Anyone who has davened at the 2:30 p.m. Mincha in Yeshiva University’s Glueck Beis Midrash over the past few weeks has noticed the chazan reciting a chapter of Tehillim afterward. Unfortunately, the person for whom those Tehillim were said has now passed away. YU has lost Rav Moshe Ashen, z”l, long-time mashgiach of the YU cafeteria, student of Rav Yosef Dov Soloveitchik, z”l, and talmid chacham par excellence.
Growing up in Washington Heights, my earliest memories of davening were when my father took me to the nusach Sefard minyan in Zysman Hall’s Room 101 on Shabbos morning. Sadly, this minyan has disappeared due to the deaths of most of its mitpallelim: old-timers such as Rabbi Nosson Friedman, z”l, and Rabbi Harry Nussenbaum, z”l. This was a unique minyan at YU, or really anywhere, with its homey, almost shtiebel-like atmosphere (enhanced by the weekly kiddush held afterward). Rav Moshe Ashen served as ba’al korei and chazan, as well as ba’al tokei’ah on Rosh Hashanah. While Rav Ashen was sometimes hard to hear when he spoke to people, his kriyat haTorah was impeccable and unmistakable; every syllable was enunciated clearly and precisely. The sound of Rav Ashen’s Torah reading still rings in my ears, serving as the first example of leining for me and setting high expectations for all leining I would hear in the future.
When I got a bit older, I was fortunate to take advantage of Rav Moshe Ashen’s vast Torah knowledge in addition to his leining and davening for the tzibur. Rav Ashen was truly a baki in all of Torah; as several maspidim noted at his funeral (available on YUTorah), he never forgot anything he learned, including the shiurim of his rebbi, Rav Soloveitchik, and was able to quote the Shach and Taz on Shulchan Aruch from memory. But as his nephew, Rabbi Yisrael Ashen, noted in his hesped, Rav Moshe’s prodigious memory came from his incredible love for and devotion to Torah. Rav Yisrael Ashen related how he would learn with his uncle before the Shabbos day meal and then accompany him to the meal. On one occasion, after they were learning Shulchan Aruch, Rav Yisrael went to leave the beit midrash and noticed that his uncle wasn’t with him. He went back to the beit midrash and saw that his uncle had reopened the Shulchan Aruch, reviewing what they had learned to make sure he had it memorized. Rav Yisrael told his uncle, “We have to go now” and began leaving, until he noticed again that his uncle wasn’t with him. He turned back and saw that his uncle had gone back to the beit midrash again, reopened the Shulchan Aruch and continued reviewing. This repeated itself once more until Rav Moshe was finally able to tear himself away from the Shulchan Aruch. Rav Hershel Reichman put it succinctly, borrowing a turn of phrase from Rav Soloveitchik: some people learn Torah, while others are Torah. Rav Moshe Ashen made his Torah learning into who he was.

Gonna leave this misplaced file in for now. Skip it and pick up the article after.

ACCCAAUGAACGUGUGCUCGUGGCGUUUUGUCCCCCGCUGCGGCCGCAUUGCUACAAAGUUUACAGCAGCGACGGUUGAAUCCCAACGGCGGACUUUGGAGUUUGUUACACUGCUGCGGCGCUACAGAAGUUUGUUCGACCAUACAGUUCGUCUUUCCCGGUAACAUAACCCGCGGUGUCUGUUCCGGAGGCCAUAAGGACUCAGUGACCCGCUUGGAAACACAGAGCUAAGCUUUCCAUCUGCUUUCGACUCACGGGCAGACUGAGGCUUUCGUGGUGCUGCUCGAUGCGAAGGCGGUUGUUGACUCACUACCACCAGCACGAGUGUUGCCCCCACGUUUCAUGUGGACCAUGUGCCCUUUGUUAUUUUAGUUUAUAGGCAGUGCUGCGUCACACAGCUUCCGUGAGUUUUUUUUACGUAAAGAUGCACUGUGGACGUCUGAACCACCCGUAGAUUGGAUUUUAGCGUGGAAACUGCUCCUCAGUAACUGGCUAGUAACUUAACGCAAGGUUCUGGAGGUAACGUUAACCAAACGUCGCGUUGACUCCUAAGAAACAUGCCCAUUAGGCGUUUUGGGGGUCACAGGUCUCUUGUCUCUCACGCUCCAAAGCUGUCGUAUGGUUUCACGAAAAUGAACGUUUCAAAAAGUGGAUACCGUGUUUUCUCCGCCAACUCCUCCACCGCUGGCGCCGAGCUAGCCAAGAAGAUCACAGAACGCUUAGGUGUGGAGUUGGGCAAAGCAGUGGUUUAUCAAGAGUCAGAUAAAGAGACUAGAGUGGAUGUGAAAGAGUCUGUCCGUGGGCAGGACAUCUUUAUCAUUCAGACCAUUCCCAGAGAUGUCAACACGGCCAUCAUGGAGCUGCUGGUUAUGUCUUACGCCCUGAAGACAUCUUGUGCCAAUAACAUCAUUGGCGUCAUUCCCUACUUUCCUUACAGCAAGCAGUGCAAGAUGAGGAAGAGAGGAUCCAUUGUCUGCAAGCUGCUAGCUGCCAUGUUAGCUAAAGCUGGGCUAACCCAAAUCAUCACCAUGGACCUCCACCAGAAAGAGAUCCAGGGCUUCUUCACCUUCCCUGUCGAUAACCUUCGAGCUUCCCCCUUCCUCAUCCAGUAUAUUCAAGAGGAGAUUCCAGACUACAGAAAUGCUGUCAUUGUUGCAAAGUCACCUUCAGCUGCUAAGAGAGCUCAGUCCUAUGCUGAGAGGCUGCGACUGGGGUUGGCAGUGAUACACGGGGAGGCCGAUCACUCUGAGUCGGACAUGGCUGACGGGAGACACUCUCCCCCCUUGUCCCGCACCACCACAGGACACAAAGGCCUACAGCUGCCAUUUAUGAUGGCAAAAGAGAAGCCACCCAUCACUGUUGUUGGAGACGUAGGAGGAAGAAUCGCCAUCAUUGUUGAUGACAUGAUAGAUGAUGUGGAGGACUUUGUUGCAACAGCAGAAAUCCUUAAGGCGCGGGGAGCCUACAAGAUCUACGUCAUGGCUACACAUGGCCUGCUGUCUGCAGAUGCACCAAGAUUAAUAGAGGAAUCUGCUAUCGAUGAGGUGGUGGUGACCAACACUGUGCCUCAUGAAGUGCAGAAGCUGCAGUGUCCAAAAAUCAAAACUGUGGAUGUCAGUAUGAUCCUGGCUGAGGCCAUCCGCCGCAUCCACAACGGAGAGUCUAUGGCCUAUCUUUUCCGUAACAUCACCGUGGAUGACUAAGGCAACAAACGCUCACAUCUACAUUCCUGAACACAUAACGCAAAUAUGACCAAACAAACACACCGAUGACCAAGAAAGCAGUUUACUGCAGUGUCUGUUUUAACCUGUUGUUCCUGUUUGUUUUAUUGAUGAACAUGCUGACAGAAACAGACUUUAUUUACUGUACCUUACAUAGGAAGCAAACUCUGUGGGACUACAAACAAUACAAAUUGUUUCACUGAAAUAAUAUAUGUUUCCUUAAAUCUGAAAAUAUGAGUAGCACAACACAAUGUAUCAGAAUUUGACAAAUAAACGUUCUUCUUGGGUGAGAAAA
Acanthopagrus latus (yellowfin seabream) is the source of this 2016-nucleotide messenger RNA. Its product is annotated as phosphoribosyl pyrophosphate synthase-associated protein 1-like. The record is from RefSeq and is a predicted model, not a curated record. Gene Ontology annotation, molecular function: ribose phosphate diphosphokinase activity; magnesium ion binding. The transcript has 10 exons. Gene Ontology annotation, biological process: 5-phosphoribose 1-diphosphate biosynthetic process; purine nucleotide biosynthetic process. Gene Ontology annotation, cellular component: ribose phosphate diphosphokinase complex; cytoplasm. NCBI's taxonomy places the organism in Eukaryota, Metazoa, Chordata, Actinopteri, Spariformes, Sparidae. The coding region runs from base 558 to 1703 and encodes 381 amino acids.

The maspidim also noted Rav Ashen’s chesed. With all his knowledge and understanding of Torah, he could have easily focused all his attention only on the highest level learning of which he was capable. But instead, Rav Ashen was always available to talk to people about what they were learning, to answer their questions and give them tips. Two years ago, when Rav Ashen was in a rehabilitation center, I visited him and told him I was learning Chullin. He asked which perek, and when I told him Kol Habasar (which discusses the laws of basar b’chalav, in which Rav Ashen was particularly proficient), he gave me a very valuable piece of advice: I should learn the first few blatt with just Rashi and without Tosafot, and only look at Tosafot afterward, because those Tosafot constantly quote the Gemara later in the perek, and looking at them without seeing the Gemara first would be a recipe for confusion. I followed Rav Ashen’s advice and was very glad I did.
Rav Moshe Ashen used Torah to shape his personality in the most positive of ways. His sense of yirat shamayim was palpable, and no more than a few minutes could go by in his company without his sharing some words of Torah. He was also a master storyteller, regaling me with tales of Rav Soloveitchik that often concluded with his uproarious laughter at a witty comeback or clever saying of the Rav. In his presence I felt a sense of connectedness to the mesorah of the yeshiva and the previous generation of Torah leaders. Yet his unassuming appearance meant that so many people who never had conversations with him passed him by, thinking him no more than a simple cafeteria mashgiach. The lesson I take from his passing is a sobering one: Let us all appreciate the great people hidden in our midst before it is too late for us to benefit from their wisdom. May his neshama have an aliyah in Gan Eden, where he is once again reunited with his beloved rebbi, and may his memory always be for a blessing in the batei midrash and cafeterias of YU.
(A modified version of this article appeared in the YU Commentator.)
David is a senior at Yeshiva University and a lifelong resident of Washington Heights.